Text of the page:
Why Putin Is Still In Power

In late 2011 the Russian scientist, writer and political analyst Andrei Piontkovsky gave an interview to the Institute of Modern Russia that was headed: Which Will Fall First – the Regime or Russia as a State? In the interview, Piontkovsky predicted the collapse of Vladimir Putin’s government, though refused to speculate on how long it would take – it might be a process lasting only a couple of weeks, or it might be a long-drawn-out decline spanning several years. Piontkovsky looked to the spread of people power – the kind of power that was then making itself felt throughout the Middle East in the shape of the Arab Spring. This power had the ability to overcome the rigid structures of the state:

How did it all start in North Africa? In Tunisia, a relatively prosperous country by African standards, a young man set himself on fire because he couldn’t find a job. Putin’s regime has ripened to its end. But the end will come later rather than sooner, because of the already mentioned satiated, lazy, and cowardly elite. Still, today’s macroeconomic indicators place serious time limitations. And with serious budget deficits, ruble devaluation, and double-digit inflation, social outbursts will spontaneously form in various regions. All this will push the elite to a greater sense of courage. Which will fall first – the regime or Russia as a state – will become crystal clear to everyone in about three or four years from now. 

In late 2012, Piontkovsky published an article called Why Putin Will Be Gone in 2013,  in which he predicted that Putinism would fall for the same reason that the Soviet Union fell in 1991. The USSR, he wrote, collapsed “not because of falling oil prices, not because of Gorbachev’s ‘betrayal’, and not because of Reagan’s SDI bluff which so terrified the old men in the Kremlin. When in the mid-1980s the communist myth that had created the system finally died in the hearts and minds of ordinary people as well as those of the Soviet nomenklatura, Soviet communism was strategically and psychologically doomed. As Andrei Amalrik had predicted with such genius a quarter of a century earlier.” [my tr.]

Likewise, the Putin Myth of the strong man, the “father of the nation”, protecting it from the Chechen terrorists who were supposedly blowing up peaceful citizens in their apartment blocks, had run out of steam – Russia’s techno-financial elite, Piontkovsky argued, had lost faith in this myth, and without the elite’s support the Putin system could not survive.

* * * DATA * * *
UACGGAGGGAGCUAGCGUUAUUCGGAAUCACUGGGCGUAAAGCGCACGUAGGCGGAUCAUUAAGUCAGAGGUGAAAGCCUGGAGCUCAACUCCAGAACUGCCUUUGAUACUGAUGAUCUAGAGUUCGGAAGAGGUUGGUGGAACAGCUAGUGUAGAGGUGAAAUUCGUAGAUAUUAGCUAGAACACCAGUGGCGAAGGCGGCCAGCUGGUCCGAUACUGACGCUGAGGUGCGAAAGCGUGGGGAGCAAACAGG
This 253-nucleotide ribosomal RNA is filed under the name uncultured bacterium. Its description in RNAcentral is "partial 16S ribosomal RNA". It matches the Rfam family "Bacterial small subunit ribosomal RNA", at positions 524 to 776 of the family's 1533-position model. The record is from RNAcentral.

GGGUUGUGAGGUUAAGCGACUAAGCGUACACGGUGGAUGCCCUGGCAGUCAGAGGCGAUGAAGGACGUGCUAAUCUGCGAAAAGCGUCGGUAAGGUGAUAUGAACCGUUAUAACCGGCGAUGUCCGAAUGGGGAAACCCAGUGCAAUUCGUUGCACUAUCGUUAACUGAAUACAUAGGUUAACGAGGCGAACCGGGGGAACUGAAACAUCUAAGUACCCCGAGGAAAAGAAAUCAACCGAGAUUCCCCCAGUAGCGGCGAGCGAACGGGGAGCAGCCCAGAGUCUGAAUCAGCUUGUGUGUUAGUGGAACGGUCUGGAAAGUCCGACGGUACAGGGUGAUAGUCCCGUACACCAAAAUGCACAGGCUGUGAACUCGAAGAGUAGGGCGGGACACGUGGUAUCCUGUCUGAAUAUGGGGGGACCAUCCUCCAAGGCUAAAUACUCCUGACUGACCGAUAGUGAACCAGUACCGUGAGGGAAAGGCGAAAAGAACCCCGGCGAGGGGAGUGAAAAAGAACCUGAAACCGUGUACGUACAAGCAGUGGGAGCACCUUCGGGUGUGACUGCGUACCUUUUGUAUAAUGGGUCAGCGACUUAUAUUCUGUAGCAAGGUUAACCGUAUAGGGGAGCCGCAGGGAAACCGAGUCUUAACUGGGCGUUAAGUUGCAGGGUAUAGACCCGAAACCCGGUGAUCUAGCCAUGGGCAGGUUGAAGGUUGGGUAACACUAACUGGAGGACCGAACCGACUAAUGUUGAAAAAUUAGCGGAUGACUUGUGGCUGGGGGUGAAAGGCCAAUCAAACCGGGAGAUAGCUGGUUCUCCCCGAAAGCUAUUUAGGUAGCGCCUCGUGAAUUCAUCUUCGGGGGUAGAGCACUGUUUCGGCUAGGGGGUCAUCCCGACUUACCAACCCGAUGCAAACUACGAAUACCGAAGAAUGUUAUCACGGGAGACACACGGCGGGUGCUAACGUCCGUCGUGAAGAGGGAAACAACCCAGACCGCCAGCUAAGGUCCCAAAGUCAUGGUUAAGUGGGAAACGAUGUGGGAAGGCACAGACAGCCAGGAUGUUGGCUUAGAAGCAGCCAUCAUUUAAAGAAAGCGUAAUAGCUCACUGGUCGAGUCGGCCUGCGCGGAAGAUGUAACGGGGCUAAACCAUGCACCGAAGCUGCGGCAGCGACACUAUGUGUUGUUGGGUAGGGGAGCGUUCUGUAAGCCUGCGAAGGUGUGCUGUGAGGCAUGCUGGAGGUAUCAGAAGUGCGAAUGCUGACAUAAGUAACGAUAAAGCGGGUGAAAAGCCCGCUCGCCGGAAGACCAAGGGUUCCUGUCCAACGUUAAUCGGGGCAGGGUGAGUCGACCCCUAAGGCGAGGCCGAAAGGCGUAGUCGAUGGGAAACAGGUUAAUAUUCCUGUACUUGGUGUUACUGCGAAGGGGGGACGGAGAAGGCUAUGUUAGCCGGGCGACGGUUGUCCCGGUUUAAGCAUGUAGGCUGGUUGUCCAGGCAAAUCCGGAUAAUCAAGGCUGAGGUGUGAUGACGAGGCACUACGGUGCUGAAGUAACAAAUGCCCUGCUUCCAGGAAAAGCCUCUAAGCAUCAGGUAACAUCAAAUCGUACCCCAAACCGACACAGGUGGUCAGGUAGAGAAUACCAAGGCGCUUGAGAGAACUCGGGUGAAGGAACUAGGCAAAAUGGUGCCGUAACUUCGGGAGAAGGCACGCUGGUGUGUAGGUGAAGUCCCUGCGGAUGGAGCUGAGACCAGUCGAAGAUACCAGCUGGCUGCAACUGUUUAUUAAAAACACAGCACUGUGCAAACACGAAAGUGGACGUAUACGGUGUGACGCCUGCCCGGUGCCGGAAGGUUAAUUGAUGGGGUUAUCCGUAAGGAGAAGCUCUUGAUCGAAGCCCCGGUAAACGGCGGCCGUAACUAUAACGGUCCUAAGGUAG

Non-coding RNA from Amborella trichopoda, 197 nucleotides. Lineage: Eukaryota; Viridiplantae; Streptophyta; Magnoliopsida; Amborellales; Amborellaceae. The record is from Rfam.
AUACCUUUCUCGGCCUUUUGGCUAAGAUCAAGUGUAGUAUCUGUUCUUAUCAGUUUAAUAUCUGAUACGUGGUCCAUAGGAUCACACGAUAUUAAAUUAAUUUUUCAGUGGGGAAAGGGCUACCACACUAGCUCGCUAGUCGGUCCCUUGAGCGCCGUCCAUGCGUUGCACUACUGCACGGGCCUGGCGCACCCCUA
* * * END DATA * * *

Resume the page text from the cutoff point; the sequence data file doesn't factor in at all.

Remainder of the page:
Of course, Putin is still there, so Piontkovsky’s prediction was incorrect – as numerous columnists and observers have not been slow to point out. In an article titled Putin or Russia, published at the very end of 2013, Piontkovsky conceded the point, but insisted that the article’s “conceptual carcass” – an outline for a theory of the death of authoritarian regimes and its practical application to contemporary Russia – was still fully backed up by the events that had taken place in Russia during the past year. As a retarding factor, he pointed to the attitude of intellectuals like Leonid Radzihovsky, who for years declared that “Putinism is shit – but it protects us from fascism”. This, Piontkovsky argues, is no different from the statement by the Silver Age Russian essayist and philosopher Mikhail Gerzhenzon, who in the aftermath of the 1905 revolution declared in the essay anthology Vekhi that  “so far from dreaming of union with the people we ought to fear the people and bless this government which, with its prisons and bayonets, still protects us from the people’s fury.”

Now Piontkovsky no longer sees hope that Russia might witness the rise of a popular democratic movement like Ukraine’s Euromaidan. Apathy reigns – and, if not yet formally in power, the fascists are very nearly there:

It was not the masses that brought Hitler to power in January 1933, but a deal he made with the elites. And now ask yourself: what do the fascists in Russia need to do in order to take power without winning free elections, but as a result of the internal  evolution of the Putin regime, of a deal made with it by – may one say it – the “elites”? Is their task easier or harder? In my opinion, much easier. In their case they don’t have to convince 50 million voters. It will be enough to convince three or four villains of the national leader’s inner circle. And they need no convincing.  [my tr.]

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